Dietrich Bonhoeffer was a German pastor, theologian and an anti-Nazi dissident.
While literally almost everyone in Germany before and during WW2 were a supporter of Hitler and of Nazism, whether actively or passively, Dietrich was one of the very few and rare vocal anti Nazi dissidents.
From the first days of the Nazi accession to power in 1933, Bonhoeffer was involved in protests against the regime, especially against its anti-Semitism. Bonhoeffer became a leading spokesman for the Confessing Church, the center of German Protestant resistance to the Nazi regime.
He did not stop there and personally saved Jews by helping them reach neutral Switzerland.
Dietrich always knew that he would one day have to pay the price for his conviction and protest and that day came in 1943 when he was arrested by the SS over his links to a plot to overthrow, and later to assassinate, Hitler.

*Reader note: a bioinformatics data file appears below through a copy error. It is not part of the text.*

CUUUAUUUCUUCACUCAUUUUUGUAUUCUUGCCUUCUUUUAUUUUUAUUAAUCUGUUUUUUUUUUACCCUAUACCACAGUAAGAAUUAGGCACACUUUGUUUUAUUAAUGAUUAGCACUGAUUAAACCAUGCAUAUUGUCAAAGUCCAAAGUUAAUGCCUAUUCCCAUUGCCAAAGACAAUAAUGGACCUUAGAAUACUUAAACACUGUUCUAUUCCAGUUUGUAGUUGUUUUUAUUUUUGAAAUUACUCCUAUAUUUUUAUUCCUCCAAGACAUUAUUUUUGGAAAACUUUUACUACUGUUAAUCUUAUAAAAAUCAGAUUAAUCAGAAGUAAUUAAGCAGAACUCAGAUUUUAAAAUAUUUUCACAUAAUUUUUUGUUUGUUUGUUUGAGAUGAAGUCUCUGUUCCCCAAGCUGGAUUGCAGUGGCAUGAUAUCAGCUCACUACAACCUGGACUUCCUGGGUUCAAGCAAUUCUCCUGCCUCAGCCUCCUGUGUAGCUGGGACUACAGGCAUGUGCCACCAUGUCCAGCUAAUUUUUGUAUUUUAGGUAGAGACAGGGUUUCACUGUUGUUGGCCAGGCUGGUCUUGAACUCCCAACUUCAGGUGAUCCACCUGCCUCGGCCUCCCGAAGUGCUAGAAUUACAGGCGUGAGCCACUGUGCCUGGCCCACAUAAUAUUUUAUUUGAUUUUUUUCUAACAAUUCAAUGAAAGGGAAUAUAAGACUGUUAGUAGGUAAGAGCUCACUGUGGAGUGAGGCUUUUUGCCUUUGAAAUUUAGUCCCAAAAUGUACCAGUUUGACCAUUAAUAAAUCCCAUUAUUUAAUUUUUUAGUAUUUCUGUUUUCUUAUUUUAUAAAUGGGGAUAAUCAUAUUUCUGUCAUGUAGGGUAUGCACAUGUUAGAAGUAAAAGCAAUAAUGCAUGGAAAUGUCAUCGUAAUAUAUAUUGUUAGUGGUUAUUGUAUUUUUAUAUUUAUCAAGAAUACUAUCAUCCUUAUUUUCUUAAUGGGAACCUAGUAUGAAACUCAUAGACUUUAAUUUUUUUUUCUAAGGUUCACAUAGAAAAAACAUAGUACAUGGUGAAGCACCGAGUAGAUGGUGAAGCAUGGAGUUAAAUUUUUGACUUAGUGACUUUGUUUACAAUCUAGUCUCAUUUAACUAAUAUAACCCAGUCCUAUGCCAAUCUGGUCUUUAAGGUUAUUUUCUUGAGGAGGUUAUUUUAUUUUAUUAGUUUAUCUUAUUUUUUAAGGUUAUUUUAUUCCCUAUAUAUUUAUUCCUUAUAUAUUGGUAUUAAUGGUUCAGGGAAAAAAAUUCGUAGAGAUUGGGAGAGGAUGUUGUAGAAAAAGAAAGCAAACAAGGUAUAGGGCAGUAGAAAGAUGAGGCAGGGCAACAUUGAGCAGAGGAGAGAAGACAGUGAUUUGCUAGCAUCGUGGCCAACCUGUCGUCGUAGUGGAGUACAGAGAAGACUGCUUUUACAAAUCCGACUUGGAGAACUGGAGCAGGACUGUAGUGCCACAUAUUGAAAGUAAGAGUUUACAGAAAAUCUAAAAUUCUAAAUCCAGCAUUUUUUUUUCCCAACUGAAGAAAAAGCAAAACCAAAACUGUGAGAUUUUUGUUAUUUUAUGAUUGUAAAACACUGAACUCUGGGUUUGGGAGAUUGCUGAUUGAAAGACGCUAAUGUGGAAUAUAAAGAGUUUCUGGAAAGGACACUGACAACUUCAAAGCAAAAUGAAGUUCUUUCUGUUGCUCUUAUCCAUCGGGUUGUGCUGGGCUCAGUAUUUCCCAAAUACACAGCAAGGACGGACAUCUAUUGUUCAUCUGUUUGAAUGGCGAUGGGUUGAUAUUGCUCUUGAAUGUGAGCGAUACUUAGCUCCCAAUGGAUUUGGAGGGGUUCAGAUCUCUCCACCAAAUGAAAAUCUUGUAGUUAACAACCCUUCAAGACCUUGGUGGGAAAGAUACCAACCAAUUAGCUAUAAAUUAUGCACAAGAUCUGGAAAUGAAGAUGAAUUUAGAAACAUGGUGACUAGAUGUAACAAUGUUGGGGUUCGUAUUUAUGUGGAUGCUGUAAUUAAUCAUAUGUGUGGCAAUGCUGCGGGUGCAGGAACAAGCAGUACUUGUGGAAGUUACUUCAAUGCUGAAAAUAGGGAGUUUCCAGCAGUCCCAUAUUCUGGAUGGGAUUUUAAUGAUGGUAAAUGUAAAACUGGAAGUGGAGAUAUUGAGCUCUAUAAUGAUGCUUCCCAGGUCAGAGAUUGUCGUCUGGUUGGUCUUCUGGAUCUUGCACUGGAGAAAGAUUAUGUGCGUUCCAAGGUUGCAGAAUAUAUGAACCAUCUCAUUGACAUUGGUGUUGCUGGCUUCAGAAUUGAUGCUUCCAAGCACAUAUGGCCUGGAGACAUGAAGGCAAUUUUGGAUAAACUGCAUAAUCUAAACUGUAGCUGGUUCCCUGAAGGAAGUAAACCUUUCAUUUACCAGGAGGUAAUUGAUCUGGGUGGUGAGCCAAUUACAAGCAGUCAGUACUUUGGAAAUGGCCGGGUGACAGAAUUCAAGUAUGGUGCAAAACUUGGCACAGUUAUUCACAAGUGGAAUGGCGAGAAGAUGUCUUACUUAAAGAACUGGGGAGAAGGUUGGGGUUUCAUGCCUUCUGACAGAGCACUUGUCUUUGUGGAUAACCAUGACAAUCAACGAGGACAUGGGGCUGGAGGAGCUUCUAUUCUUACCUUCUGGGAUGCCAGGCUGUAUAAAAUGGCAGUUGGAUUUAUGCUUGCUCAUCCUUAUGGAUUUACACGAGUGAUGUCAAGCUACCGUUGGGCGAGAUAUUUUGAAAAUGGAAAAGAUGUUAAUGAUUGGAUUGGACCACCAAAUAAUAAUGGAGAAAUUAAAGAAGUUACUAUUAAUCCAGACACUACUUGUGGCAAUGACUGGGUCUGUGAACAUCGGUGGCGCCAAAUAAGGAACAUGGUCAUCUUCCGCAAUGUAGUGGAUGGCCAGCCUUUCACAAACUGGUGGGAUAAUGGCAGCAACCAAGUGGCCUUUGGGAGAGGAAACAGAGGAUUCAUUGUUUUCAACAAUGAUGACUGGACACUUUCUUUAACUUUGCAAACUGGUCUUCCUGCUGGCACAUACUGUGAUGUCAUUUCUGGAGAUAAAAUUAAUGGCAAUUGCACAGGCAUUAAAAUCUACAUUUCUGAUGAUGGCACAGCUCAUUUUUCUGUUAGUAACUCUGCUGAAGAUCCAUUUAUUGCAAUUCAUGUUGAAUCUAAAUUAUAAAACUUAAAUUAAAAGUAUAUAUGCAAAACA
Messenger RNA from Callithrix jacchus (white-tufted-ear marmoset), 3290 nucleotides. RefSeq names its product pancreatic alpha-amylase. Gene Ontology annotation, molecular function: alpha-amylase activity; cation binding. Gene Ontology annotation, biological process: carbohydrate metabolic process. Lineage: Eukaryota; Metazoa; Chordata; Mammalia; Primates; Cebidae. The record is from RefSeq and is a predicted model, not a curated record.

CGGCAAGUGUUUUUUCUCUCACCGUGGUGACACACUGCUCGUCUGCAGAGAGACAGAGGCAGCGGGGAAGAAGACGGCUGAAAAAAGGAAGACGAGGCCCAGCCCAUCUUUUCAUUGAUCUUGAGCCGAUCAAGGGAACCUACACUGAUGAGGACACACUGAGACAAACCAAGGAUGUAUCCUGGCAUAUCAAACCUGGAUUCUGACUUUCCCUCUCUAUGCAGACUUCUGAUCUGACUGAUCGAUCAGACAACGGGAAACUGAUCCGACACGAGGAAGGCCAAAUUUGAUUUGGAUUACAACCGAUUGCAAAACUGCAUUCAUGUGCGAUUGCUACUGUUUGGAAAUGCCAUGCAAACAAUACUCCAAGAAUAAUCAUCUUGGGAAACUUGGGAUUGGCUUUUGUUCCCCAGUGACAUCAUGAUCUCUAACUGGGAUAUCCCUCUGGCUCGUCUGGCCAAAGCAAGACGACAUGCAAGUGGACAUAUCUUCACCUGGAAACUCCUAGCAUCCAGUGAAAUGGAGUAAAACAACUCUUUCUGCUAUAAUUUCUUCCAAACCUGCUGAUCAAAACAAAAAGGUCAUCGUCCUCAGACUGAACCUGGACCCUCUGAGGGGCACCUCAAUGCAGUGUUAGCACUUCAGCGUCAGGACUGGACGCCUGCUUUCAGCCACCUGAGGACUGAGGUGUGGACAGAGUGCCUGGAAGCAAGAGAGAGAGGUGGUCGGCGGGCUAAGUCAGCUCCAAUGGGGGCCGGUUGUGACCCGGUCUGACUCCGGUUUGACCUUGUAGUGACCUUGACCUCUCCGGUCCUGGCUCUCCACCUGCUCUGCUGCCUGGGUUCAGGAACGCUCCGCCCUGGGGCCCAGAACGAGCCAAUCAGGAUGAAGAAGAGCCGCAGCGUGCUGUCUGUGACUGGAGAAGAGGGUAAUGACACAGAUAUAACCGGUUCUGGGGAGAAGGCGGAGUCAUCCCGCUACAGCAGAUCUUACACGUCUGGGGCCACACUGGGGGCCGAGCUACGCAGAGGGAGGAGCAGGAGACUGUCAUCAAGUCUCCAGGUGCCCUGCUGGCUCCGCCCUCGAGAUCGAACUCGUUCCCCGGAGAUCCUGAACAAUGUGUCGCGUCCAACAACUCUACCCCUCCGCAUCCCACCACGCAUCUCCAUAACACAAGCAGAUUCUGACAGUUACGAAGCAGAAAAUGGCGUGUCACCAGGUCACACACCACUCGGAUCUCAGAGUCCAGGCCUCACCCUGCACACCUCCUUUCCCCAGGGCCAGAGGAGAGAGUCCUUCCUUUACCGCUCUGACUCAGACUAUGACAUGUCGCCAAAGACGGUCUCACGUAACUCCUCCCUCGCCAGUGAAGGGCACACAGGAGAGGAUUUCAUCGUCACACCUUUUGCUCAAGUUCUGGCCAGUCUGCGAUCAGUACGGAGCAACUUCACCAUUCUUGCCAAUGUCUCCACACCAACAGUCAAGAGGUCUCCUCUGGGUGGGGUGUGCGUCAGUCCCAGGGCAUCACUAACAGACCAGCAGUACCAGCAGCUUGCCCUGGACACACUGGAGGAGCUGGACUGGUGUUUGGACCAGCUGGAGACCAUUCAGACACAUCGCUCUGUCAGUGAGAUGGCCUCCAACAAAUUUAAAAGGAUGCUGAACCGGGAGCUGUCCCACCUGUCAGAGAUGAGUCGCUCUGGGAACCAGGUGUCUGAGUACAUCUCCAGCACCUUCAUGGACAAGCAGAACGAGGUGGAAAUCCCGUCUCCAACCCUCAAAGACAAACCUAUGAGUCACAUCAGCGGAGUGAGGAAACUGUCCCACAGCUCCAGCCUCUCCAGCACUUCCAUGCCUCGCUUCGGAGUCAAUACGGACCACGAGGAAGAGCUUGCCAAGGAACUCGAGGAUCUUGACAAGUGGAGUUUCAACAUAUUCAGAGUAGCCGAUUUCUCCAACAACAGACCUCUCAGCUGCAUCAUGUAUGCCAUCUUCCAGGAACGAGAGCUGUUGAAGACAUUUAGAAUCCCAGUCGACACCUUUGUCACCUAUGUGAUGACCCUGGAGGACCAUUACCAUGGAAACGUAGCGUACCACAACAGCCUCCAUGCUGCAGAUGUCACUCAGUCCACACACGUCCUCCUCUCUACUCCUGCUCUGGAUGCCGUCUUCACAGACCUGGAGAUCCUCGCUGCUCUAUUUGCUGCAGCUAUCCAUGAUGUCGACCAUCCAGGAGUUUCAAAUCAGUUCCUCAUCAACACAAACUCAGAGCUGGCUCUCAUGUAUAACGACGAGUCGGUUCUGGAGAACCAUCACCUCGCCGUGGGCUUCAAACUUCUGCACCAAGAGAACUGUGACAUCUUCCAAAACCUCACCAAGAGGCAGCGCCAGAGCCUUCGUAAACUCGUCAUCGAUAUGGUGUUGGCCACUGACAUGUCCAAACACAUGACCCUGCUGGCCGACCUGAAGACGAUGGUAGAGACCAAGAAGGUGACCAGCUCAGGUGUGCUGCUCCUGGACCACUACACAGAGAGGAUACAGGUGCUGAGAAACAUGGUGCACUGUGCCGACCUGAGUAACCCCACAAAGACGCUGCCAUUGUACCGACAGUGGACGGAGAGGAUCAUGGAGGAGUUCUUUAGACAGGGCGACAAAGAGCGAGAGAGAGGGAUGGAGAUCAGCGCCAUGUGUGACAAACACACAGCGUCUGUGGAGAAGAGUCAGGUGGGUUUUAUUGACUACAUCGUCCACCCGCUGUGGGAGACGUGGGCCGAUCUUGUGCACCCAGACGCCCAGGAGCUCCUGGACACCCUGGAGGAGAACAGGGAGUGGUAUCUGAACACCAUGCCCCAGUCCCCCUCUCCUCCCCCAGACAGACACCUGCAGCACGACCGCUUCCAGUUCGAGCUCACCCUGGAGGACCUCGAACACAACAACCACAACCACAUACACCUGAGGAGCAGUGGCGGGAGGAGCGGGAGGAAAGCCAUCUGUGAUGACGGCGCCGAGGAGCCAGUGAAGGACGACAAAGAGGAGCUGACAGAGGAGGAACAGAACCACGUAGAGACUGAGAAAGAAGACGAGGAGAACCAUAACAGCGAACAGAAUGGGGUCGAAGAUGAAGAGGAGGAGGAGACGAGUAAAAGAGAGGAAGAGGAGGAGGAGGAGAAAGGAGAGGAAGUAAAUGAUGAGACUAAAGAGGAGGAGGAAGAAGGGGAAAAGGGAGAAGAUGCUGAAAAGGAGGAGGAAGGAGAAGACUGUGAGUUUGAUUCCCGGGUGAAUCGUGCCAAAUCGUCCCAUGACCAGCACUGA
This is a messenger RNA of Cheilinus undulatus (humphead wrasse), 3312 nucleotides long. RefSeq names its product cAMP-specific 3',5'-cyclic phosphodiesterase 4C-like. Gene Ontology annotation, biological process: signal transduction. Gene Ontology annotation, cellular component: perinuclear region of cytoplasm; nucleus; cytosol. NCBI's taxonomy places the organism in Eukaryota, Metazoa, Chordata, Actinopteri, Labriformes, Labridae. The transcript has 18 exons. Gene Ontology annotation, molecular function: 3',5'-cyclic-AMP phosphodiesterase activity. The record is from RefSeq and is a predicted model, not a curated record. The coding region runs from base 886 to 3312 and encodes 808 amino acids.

Due to his opposition to the Nazi regime, Bonhoeffer was arrested and executed at the Flossian concentration camp in 1945, during the last month of the war.
He remains an important symbol of opposition to Hitler, and his views on Christianity increasingly influential.
His writings on Christianity's role in the secular world have become widely influential, and his book The Cost of Discipleship has become a modern classic.